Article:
While the first clothing line to bear Woods' name was focused on sports, now that he has turned his attention to apparel, he's helping Nike reposition much of the line at the high end of the clothing spectrum, with premium athletic and casual wear that's at home in, for example, Nordstrom department stores. Tiger unveiled a new logo for his line at the U.S. Open in June, a classy signature graphic featuring the letters "TW." "We feel the new design is more upscale and consistent with where we've taken this line," says Chris Zimmerman, general manager, USA, of Nike Golf.

Woods' confidence as a businessman and Nike's confidence in him as more than just another athlete seem to have run on parallel tracks. Nowadays, Kelly says, Tiger meets every week to look at new Nike Golf products, and Steinberg is in frequent e-mail or phone contact, talking about Tiger's opinions on the colors, fabrics, and styles. His suggestions, and his thumbs up or down, go a long way toward determining which ones will finally reach the marketplace.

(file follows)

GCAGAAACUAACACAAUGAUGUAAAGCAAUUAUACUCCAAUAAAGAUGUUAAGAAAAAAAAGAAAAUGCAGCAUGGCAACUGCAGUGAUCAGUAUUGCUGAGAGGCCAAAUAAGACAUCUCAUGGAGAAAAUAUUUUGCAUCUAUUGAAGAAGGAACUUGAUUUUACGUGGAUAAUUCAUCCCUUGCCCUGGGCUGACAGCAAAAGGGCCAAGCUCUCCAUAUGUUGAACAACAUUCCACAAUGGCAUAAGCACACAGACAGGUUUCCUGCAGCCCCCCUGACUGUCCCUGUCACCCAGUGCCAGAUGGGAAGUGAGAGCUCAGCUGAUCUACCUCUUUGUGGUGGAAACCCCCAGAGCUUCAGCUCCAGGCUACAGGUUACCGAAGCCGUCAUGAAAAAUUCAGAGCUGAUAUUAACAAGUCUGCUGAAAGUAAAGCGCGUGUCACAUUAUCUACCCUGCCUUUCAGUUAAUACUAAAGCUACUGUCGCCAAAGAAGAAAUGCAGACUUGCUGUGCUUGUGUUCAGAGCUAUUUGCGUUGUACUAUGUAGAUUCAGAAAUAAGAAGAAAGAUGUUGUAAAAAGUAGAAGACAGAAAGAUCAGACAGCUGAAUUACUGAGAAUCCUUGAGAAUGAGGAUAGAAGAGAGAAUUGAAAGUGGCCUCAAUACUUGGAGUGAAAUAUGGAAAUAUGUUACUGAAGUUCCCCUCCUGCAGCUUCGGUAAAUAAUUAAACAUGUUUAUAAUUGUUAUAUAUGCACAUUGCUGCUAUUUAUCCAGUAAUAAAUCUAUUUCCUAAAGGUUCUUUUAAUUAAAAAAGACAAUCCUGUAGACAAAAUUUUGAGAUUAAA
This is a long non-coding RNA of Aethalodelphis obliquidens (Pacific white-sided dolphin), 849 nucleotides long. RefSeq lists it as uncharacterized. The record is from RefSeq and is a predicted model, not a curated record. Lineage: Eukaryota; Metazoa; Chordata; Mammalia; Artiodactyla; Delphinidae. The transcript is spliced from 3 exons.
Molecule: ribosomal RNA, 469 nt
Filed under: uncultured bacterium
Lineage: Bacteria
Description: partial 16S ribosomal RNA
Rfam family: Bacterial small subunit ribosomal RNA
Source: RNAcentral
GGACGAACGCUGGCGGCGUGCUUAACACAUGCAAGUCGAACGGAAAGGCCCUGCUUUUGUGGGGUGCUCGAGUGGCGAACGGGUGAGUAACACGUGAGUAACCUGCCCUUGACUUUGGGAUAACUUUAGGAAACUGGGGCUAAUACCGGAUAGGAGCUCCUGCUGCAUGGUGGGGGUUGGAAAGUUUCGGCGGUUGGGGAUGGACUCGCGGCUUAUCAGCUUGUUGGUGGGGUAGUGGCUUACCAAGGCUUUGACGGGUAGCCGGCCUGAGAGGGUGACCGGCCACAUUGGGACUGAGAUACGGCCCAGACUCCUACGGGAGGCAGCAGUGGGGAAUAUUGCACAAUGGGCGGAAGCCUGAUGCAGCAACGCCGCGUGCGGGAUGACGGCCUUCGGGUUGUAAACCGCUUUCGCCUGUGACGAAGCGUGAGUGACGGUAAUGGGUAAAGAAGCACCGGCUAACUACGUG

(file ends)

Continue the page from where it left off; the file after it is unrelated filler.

Likewise, Tiger listens to Nike about other endorsements he's considering. The company was widely fingered as the impetus behind a scaling back of an agreement with Disney. Early on, Tiger was considering a deal to promote Disney's theme parks, as well as help boost ratings at Disney-owned ABC and ESPN by playing in special made-for-TV events. Nike reportedly didn't want the Disney name to outclass its association with Tiger, so the package ended up being all about the exhibition appearances, with no pitching of theme parks involved.
"We would like him to concentrate on a few endorsements that are top-quality," Kelly told The Dallas Morning News last year. "We have him head to toe."

Competitive Spirit